Land Rover Suspension Calibration
Quite often I get called to calibrate the suspension on Land Rover vehicles after the compressor has been exchanged. I am sure many of us have learned new words when going through the process. First we need to make sure the correct calibration is in the Ride Control Module. There are two different compressor calibrations. The Hitachi and AMK. The Autologic tool will tell you which file is installed. If you have a Pro subscription you program the correct calibration if needed. Another nice thing about the Autologic tool is that if you get the measurements wrong, it will tell you how far off you are. I have not seen any other aftermarket tools that do this. Please let me know if there are others.
For this article, we are using the Autoland Scientech Iscan IIwt. The tool has the ability to change the type of compressor in the ride control without an extra subscription. The programming files need to be manually added to the tool when needed due to limited drive space. The above listed vehicle already had the correct calibration.
Something that has been difficult in the process is finding dead center on the wheel cap for the measurement. (explanation below) Since the system only allows a allowance of 3mm, you have to be quite precise. The Autoland tool will not tell you how much you are off, only that you have failed. I have spent hours trying to get a calibration when using a metric measuring tape. Even longer when trying to convert to metric when using an inches tape. Finding the center of the cap was not consistent. I know there are special tools from Land Rover. So far I have resisted in purchasing them. One option I have seen online is a company takes a new center cap and cuts a groove down the middle. You pop the new cap in and the measuring tape end fits snugly for a precise measurement at the wheel arch. What I figured out was that the caps are about 66mm across. My new method is to add 33mm from the top of the cap to the center of the arch. This seems to work quite well. This method also helps with aftermarket wheels. Most aftermarket wheels do not share the same machining as the OEM wheels so the factory tool and above mentioned caps would not be useful. My method gets the job done fairly simply.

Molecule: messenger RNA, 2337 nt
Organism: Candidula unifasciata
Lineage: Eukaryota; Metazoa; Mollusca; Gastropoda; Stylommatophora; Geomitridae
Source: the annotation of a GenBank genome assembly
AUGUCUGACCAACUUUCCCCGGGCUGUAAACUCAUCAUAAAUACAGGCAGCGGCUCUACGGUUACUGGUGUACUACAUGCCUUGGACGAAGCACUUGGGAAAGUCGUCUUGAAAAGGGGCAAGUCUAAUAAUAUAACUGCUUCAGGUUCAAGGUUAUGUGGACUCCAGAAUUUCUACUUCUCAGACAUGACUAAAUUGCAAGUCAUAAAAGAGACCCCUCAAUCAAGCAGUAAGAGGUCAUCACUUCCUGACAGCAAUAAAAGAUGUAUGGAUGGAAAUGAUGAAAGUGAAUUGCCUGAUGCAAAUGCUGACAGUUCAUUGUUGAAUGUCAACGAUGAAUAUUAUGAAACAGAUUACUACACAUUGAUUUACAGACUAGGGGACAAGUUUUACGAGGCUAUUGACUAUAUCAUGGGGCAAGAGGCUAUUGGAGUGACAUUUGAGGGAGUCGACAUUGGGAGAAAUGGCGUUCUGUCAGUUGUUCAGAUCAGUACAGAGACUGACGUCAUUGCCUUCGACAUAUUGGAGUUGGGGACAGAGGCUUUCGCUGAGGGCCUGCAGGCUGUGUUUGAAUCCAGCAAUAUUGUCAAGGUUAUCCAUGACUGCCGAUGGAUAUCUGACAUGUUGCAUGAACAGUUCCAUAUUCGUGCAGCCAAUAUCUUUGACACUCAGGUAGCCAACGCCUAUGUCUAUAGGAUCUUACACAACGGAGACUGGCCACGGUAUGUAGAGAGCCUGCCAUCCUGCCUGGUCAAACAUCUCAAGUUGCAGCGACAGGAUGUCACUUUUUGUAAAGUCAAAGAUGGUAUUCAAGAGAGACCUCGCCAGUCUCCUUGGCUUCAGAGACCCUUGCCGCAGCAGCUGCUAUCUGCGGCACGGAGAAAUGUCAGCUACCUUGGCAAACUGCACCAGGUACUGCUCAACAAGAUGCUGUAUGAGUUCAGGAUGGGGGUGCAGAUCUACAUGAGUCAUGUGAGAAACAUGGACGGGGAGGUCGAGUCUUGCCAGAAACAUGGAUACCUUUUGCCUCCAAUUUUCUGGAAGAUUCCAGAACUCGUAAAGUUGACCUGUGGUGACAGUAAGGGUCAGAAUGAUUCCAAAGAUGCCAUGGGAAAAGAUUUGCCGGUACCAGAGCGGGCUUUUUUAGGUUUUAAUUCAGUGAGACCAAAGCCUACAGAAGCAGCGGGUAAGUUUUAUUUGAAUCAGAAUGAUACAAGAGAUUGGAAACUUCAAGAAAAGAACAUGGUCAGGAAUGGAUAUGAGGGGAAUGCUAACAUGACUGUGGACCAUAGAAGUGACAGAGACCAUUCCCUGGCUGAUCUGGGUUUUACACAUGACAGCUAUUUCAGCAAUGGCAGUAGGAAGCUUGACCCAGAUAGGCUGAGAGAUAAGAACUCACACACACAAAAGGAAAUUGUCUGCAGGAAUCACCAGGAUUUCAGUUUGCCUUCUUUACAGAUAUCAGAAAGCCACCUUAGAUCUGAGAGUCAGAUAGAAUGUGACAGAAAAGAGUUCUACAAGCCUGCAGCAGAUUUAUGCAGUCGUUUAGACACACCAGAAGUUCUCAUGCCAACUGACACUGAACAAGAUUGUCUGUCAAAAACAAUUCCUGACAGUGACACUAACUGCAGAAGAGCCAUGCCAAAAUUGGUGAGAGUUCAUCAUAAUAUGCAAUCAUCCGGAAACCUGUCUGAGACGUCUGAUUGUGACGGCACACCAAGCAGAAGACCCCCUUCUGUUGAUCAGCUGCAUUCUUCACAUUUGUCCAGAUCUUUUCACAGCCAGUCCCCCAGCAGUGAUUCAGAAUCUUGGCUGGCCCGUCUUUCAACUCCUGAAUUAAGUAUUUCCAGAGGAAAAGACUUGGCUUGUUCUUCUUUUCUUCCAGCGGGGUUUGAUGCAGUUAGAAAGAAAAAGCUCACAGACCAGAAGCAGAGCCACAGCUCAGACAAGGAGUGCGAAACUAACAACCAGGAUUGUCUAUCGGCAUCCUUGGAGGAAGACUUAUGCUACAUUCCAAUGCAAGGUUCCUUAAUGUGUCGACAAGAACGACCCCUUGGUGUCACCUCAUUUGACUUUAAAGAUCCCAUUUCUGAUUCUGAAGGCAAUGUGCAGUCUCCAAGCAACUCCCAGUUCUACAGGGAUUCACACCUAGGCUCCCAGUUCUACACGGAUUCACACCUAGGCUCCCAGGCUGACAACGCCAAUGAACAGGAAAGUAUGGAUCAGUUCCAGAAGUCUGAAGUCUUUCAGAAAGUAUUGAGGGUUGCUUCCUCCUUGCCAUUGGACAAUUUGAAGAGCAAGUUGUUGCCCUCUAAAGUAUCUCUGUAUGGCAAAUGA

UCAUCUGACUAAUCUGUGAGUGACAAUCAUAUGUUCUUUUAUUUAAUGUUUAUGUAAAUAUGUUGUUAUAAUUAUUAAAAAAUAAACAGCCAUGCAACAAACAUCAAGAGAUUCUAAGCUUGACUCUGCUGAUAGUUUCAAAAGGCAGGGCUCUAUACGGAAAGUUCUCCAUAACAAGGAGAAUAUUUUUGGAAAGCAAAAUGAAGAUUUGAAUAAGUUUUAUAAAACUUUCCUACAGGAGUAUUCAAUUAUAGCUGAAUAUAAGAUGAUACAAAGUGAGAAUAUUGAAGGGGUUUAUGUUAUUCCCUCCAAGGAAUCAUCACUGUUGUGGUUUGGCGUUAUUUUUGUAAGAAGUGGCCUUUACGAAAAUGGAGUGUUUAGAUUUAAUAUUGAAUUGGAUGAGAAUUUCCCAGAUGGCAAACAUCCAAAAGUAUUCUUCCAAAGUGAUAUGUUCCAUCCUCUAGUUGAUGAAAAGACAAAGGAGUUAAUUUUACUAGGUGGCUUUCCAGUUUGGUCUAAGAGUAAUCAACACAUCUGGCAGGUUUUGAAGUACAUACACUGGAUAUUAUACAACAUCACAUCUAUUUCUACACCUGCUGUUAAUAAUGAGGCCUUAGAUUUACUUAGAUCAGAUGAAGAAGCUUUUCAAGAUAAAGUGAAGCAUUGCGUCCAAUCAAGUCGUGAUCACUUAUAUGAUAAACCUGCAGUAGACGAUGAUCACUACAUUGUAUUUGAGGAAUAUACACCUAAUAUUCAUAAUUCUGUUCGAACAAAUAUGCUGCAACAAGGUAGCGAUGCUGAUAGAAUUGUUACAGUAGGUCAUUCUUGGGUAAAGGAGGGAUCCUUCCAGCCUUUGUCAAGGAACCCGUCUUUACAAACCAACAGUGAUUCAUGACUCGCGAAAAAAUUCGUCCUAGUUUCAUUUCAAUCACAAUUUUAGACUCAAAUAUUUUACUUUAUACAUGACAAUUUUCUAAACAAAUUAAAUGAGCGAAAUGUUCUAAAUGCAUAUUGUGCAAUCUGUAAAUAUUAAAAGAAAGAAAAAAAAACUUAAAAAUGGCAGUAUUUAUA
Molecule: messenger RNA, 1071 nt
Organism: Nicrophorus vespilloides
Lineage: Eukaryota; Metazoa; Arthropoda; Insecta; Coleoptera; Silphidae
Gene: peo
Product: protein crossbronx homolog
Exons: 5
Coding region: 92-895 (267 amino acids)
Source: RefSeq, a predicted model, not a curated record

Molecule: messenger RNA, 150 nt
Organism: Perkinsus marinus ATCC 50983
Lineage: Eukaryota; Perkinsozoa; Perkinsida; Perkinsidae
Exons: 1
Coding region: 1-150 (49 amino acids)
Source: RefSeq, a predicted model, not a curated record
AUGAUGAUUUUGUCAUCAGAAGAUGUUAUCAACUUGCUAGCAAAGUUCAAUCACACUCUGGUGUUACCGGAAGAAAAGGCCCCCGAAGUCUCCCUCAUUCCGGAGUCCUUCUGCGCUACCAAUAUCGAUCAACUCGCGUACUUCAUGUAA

For the calibration, the vehicle is put into learn mode with a tool capable. This calibration is done while the engine is running. The software has you measure each corner in millimeters from the center of the wheel cap to the top inside of the wheel arch. Once each measurement is input, the vehicle will rise to the off-road level, then drop down to normal ride height. The software then has you input the measurements again. If the second set of measurements equals what the software expects, then the calibration is complete. If not, the software will attempt another try. If you fail again you have to start all over.
By using the method of top of wheel center cap to inside wheel arch and adding 33mm, the repeat calibration attempts have gone to maybe two times average. The last vehicle it took on the first attempt. Sorry about no pictures this time. As in many cases always in a rush to get to the next appointment.
I do something similar, I deduct to distance from the bottom of the rim to the middle of the center cap. I find it easier to hook the measuring tape to the bottom of the rim. It still takes more than one attempt sometimes. Next time I will try your method maybe I will have better luck, Thanks.